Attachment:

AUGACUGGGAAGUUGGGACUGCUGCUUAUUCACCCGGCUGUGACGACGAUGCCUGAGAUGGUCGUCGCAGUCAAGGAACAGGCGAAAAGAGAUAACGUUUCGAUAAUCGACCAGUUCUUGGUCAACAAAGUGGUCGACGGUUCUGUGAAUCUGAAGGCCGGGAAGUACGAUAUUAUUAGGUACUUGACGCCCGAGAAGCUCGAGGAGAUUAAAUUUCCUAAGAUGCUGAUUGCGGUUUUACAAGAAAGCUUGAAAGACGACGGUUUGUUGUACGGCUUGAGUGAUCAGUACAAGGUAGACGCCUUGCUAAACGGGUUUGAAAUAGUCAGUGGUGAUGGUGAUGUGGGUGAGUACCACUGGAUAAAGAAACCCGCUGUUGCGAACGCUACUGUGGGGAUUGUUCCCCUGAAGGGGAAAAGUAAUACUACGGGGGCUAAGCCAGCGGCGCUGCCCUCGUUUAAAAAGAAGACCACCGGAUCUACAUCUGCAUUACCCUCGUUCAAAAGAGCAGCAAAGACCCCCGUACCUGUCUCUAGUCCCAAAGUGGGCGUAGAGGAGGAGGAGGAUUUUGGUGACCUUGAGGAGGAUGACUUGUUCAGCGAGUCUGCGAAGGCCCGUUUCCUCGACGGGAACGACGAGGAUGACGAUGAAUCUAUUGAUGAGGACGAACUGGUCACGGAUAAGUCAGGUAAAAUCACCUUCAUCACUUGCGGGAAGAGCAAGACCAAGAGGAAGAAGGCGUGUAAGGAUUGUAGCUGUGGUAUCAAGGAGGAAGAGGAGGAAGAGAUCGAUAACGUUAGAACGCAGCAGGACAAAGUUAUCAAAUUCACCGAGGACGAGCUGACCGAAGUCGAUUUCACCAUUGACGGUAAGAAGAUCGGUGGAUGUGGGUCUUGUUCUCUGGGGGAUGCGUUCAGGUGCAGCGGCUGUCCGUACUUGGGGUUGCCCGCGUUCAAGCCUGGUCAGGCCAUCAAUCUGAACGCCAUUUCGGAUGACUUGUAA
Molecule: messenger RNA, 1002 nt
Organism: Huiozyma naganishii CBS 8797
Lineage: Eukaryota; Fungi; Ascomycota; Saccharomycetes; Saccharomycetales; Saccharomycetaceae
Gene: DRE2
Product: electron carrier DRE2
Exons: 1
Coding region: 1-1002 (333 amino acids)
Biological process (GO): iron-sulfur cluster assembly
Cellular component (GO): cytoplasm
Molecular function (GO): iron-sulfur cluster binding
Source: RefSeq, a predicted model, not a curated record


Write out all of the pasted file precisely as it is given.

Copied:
AUGACUGGGAAGUUGGGACUGCUGCUUAUUCACCCGGCUGUGACGACGAUGCCUGAGAUGGUCGUCGCAGUCAAGGAACAGGCGAAAAGAGAUAACGUUUCGAUAAUCGACCAGUUCUUGGUCAACAAAGUGGUCGACGGUUCUGUGAAUCUGAAGGCCGGGAAGUACGAUAUUAUUAGGUACUUGACGCCCGAGAAGCUCGAGGAGAUUAAAUUUCCUAAGAUGCUGAUUGCGGUUUUACAAGAAAGCUUGAAAGACGACGGUUUGUUGUACGGCUUGAGUGAUCAGUACAAGGUAGACGCCUUGCUAAACGGGUUUGAAAUAGUCAGUGGUGAUGGUGAUGUGGGUGAGUACCACUGGAUAAAGAAACCCGCUGUUGCGAACGCUACUGUGGGGAUUGUUCCCCUGAAGGGGAAAAGUAAUACUACGGGGGCUAAGCCAGCGGCGCUGCCCUCGUUUAAAAAGAAGACCACCGGAUCUACAUCUGCAUUACCCUCGUUCAAAAGAGCAGCAAAGACCCCCGUACCUGUCUCUAGUCCCAAAGUGGGCGUAGAGGAGGAGGAGGAUUUUGGUGACCUUGAGGAGGAUGACUUGUUCAGCGAGUCUGCGAAGGCCCGUUUCCUCGACGGGAACGACGAGGAUGACGAUGAAUCUAUUGAUGAGGACGAACUGGUCACGGAUAAGUCAGGUAAAAUCACCUUCAUCACUUGCGGGAAGAGCAAGACCAAGAGGAAGAAGGCGUGUAAGGAUUGUAGCUGUGGUAUCAAGGAGGAAGAGGAGGAAGAGAUCGAUAACGUUAGAACGCAGCAGGACAAAGUUAUCAAAUUCACCGAGGACGAGCUGACCGAAGUCGAUUUCACCAUUGACGGUAAGAAGAUCGGUGGAUGUGGGUCUUGUUCUCUGGGGGAUGCGUUCAGGUGCAGCGGCUGUCCGUACUUGGGGUUGCCCGCGUUCAAGCCUGGUCAGGCCAUCAAUCUGAACGCCAUUUCGGAUGACUUGUAA
Molecule: messenger RNA, 1002 nt
Organism: Huiozyma naganishii CBS 8797
Lineage: Eukaryota; Fungi; Ascomycota; Saccharomycetes; Saccharomycetales; Saccharomycetaceae
Gene: DRE2
Product: electron carrier DRE2
Exons: 1
Coding region: 1-1002 (333 amino acids)
Biological process (GO): iron-sulfur cluster assembly
Cellular component (GO): cytoplasm
Molecular function (GO): iron-sulfur cluster binding
Source: RefSeq, a predicted model, not a curated record